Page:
PART 4 SUMMARY OF CONCLUSIONS
Creating a competitive EC agriculture
95. EC agriculture must
reorientate to compete in world markets without protection. In
failing to prepare the industry for this situation Agenda 2000
is a disappointment (paragraph 64).
96. Compensation payments
must be degressive and time-limited if they are not to frustrate
and delay structural adjustment (paragraphs 65-6).
97. Modulation of compensation
would further impede the restructuring of EC agriculture (paragraph
98. Agriculture, like
all industries, should operate within a basic regulatory framework
which protects the environment and this should apply across the
Community. It should ensure that those who damage the environment
are made to pay for remedies (paragraphs 69, 76).
99. Policy and appropriate
funding are needed to secure rural environmental goods which the
market alone will not provide. Policy must ensure that such goods
are provided in the most effective manner and at least cost (paragraphs
100. We support the
Commission's intention to simplify policy, but the same approach
is needed at Member State level. Support for the environment should
be offered via a single menu. We advocate an horizontal, prioritised
approach which ensures that the most valuable environmental goods
are funded first (paragraphs 71-2).
101. Some environmental
goods benefit the entire Community, others are much more local.
There should be several sources of decisions and funding. Co-financing
should apply where there is a benefit to the Community as a whole.
The primary source for funding should in general be Member States
or regions. Funding should be based on environmental merit, not
on geographic area (paragraphs 71, 74-8).
102. Environmental payments
must not be production subsidies in disguise. Decoupling is important
for WTO acceptability and to ensure real environmental benefit
103. Monitoring must
be strengthened to prevent fraud, to ensure that schemes represent
environmental value for money and that they are fully decoupled
104. There are arguments
in favour of cross-compliance, but stronger arguments against.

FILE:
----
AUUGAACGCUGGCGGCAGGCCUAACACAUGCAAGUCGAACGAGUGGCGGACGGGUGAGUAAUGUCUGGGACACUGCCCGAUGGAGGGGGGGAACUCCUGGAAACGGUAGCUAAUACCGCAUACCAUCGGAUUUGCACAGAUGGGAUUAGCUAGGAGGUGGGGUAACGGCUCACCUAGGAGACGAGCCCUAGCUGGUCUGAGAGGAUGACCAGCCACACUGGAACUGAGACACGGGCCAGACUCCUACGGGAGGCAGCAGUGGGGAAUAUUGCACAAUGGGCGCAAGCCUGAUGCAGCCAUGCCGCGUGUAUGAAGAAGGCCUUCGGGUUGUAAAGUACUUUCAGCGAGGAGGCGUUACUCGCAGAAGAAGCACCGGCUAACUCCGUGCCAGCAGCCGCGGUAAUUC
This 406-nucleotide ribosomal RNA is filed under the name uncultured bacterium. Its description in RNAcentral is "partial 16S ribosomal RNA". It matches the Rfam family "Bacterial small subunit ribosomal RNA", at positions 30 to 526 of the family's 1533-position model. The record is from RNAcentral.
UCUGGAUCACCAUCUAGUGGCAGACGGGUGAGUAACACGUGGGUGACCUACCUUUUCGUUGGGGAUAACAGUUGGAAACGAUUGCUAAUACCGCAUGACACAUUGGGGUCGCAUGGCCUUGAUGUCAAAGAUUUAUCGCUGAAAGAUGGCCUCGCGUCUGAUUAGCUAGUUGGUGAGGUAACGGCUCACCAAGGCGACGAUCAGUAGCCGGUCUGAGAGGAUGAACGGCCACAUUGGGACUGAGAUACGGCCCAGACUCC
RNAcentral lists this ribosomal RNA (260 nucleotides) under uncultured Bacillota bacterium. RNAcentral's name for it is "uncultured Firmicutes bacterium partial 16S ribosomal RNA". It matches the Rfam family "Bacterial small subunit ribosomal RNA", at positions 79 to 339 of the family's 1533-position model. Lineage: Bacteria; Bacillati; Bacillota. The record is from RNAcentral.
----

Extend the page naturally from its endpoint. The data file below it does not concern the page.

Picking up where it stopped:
There should be a synchronised process of reducing production-related
compensation payments and building up an environmental policy
justified by its own merits. We note the current wide difference
in funding for agri-environmental measures on the one hand and
the production regimes and compensation payments on the other
105. Rural development
policy must seek to ease the social and employment problems which
result from the continued decline in agricultural employment as
well as from wider changes in the rural economy. The contribution
which policy can make depends heavily upon the performance of
the economy as a whole (paragraphs 83, 87, 94).
106. The development
of alternative economic opportunities must be supported, including
aid for small-scale enterprises, conversion of redundant rural
buildings to new business uses, on-farm diversification and new
technology skills training (paragraphs 85-6).
107. The national planning
process has an instrumental role in rural development (paragraph 93).
108. We welcome the
proposal to use funds from the Guarantee section of FEOGA to support
an horizontal rural development measure, provided it is flexible
enough to support off-farm, non-agricultural development (paragraphs
109. We support bottom-up
approaches to development and note enthusiasm for the LEADER scheme.
Rural development requires expertise, as exists in the Rural Development
Commission. It is important that this expertise is not lost in
the move to regional development agencies (paragraphs 89, 91-2).
110. There should be
no presumption that savings produced by CAP reform should automatically
be used in other ways in rural areas (paragraph 90).
111. The test of success
of rural development policy is that after a time it becomes unnecessary.
We recognise that the time period will vary according to location
throughout the Community. This must not distract from the fundamental
need for the policy to be temporary (paragraph 94).
112. The Committee considers
that the rural development and environmental aspects of Agenda
2000 raise important questions to which the attention of the
House should be drawn, and makes this report to the House for